In the years of Jaipur LitFests, Tata LitFests and many other such literary events, why another literary festival? Aren’t these festivals attended by literary giants? Hasn’t Jaipur Literature Festival been described as the ‘Greatest literary show on earth’? Isn’t it a matter of great honour to get an invitation to the Tata Literature Festival? Doesn’t an excellent exchange of ideas happen at those fests?
One of the purposes of People’s Literary Festival is to bring all these sentiments under the microscope. If we look at the list of sponsors of these corporate festivals, we would know that these festivals’ existence is dependent on the blessings of corporations, whose existence, in turn, is based on the exploitation of humans and destruction of ecology. The twitter page of Kalinganagar Mahotsav (an art fest) claims the event to be a celebration of the “success of the uprising steel hub of India”. One should remember at this point the murder of 12 tribals in 2006 in Kalinga Nagar, Odisha, during the government-facilitated forcible acquisition of land for Tata’s proposed steel plant. The Kalinga Nagar incident is hardly unique. All over the country, from Singur to Kodaikanal, these corporations are directly responsible for eviction, torture, murder, and destruction of ecology.
Shouldn’t it be worrisome when these entities, through their capital investment, essentially become the arbiter of what ‘good literature’ is? After all, if ‘good literature’ is what Jaipur LitFest certifies as ‘good’, and if our exposure to literature becomes largely confined to what these corporate literary festivals promote, then we let these corporations become gatekeepers of ‘literary intellect’ and have a lot of control over our cultural engagements and our spaces of imagination which literature stimulates. And then we risk losing space for the literature that challenges the murderous, destructive ways of capitalism and the present social order, of which these corporations are an integral part.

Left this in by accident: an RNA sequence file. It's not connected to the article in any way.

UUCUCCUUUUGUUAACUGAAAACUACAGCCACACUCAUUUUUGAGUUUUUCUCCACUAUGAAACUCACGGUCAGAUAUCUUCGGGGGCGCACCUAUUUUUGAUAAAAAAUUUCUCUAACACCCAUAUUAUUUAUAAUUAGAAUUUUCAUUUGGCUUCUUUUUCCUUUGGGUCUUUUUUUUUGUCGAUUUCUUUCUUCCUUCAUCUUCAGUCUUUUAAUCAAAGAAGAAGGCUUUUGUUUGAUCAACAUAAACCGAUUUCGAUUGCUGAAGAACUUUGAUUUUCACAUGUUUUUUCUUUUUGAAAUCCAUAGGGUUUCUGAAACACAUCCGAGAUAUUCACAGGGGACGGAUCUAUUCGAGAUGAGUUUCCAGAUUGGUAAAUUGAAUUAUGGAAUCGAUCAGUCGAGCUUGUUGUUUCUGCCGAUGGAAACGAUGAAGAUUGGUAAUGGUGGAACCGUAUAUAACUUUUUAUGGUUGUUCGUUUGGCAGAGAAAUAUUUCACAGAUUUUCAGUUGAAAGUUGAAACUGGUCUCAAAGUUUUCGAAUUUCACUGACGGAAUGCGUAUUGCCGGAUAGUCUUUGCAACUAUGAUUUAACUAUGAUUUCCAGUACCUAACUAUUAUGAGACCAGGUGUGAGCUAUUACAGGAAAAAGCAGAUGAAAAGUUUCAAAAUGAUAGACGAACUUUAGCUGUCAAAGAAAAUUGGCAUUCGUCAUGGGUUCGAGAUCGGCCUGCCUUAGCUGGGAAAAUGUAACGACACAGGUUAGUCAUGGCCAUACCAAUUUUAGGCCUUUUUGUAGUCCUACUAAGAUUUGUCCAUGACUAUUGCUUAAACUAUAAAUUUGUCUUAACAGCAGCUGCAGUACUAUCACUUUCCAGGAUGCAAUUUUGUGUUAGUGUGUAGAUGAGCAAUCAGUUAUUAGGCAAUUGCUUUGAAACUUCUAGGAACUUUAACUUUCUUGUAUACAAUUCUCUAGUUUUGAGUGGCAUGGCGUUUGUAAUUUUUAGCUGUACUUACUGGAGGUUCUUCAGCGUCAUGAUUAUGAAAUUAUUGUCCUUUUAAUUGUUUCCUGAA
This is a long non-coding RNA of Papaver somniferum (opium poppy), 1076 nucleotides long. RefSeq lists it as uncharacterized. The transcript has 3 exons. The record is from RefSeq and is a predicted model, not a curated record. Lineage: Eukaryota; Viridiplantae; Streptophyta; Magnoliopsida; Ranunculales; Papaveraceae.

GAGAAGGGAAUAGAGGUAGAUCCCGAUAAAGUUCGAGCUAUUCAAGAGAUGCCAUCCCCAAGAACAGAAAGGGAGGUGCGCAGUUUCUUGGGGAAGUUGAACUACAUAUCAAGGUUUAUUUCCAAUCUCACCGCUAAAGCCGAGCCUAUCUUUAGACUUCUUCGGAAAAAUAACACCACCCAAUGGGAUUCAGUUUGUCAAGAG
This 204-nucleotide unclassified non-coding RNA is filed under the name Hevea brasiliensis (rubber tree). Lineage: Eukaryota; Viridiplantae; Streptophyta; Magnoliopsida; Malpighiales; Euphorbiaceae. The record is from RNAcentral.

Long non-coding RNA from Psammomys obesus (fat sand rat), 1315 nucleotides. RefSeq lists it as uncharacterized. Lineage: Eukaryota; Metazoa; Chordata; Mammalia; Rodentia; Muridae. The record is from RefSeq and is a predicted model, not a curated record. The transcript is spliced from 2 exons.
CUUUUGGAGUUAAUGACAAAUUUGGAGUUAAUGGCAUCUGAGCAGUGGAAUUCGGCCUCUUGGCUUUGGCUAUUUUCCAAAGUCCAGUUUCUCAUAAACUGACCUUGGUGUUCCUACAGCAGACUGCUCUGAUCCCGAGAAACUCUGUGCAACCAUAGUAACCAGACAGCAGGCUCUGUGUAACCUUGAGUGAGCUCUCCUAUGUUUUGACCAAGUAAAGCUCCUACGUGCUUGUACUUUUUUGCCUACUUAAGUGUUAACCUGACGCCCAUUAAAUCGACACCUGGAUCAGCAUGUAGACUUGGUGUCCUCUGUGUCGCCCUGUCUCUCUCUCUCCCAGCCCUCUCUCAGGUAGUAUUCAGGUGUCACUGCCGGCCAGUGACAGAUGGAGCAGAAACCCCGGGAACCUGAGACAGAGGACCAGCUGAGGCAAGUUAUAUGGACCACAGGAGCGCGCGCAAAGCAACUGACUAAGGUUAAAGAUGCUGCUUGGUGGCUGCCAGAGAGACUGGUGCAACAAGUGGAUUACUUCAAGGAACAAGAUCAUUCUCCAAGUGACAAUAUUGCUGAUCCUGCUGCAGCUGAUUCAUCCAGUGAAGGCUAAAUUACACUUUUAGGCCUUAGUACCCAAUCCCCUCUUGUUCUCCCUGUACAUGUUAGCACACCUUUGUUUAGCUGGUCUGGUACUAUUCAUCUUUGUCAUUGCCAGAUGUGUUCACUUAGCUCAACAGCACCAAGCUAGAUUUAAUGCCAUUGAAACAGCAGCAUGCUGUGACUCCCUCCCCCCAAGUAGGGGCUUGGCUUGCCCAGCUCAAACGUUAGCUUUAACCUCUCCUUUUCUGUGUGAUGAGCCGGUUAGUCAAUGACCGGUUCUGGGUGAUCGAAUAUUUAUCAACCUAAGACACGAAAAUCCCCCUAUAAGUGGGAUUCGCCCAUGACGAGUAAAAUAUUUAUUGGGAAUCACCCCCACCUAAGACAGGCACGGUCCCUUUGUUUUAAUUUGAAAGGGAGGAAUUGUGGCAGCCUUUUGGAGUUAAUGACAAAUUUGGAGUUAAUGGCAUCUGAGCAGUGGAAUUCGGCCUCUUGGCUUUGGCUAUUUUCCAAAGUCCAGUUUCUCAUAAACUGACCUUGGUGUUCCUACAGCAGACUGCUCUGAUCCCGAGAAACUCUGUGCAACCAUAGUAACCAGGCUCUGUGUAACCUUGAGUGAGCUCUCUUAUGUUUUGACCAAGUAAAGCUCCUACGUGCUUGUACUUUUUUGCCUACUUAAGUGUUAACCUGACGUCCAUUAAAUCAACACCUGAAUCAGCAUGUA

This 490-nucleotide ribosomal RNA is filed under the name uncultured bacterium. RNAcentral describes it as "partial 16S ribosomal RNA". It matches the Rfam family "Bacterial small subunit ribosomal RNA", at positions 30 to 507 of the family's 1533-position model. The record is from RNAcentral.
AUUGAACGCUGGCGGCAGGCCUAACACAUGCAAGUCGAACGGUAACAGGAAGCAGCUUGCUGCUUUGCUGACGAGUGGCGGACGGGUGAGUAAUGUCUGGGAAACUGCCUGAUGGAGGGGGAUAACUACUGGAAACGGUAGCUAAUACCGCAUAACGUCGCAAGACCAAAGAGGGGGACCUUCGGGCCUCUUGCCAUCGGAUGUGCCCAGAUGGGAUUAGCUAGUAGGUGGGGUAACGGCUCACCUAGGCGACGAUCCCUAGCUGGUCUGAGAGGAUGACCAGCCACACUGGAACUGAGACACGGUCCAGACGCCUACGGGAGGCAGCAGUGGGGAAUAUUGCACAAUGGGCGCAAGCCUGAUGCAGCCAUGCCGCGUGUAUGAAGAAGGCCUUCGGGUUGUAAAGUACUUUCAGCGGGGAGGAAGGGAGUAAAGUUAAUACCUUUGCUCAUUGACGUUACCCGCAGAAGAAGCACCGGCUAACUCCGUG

People’s Literary Festival (PLF) has been planned by Bastar Solidarity Network – Kolkata Chapter (BSN) to provide a space for subjects that are taboo in many so-called ‘spheres of intellect’. BSN is a forum formed by some young rights activists and students to bring into light the state- and corporate-sponsored atrocities perpetrated on the Adivasis in the heartland of India, and to build up a solidarity movement. BSN believes the solidarity movement cannot be built up in isolation, but one must look into the larger picture of the structural violence of the Brahminical Fascist state and connect the dots to fight it.
PLF will host Kashmiri writer Shahnaz Bashir. Shahnaz will talk about the brutality by the Indian government in Kashmir and Kashmir’s struggle for self-determination. Jacinta Kerketta, whose verses will talk about the ‘bloodstained rivers’, Madua fields and Saranda forests in Jharkhand and of the people who have to pay the costs of ‘development’, will also be there to share her thoughts. One can meet Chhaya Koregaonkar from Maharashtra, talking of Savitribai Phule, of the daily lives of women, and intimate experiences of caste and gender oppression. Kutti Revathi will unabashedly talk about her body politics, the need to take control of narratives around women’s body, desire, sexuality.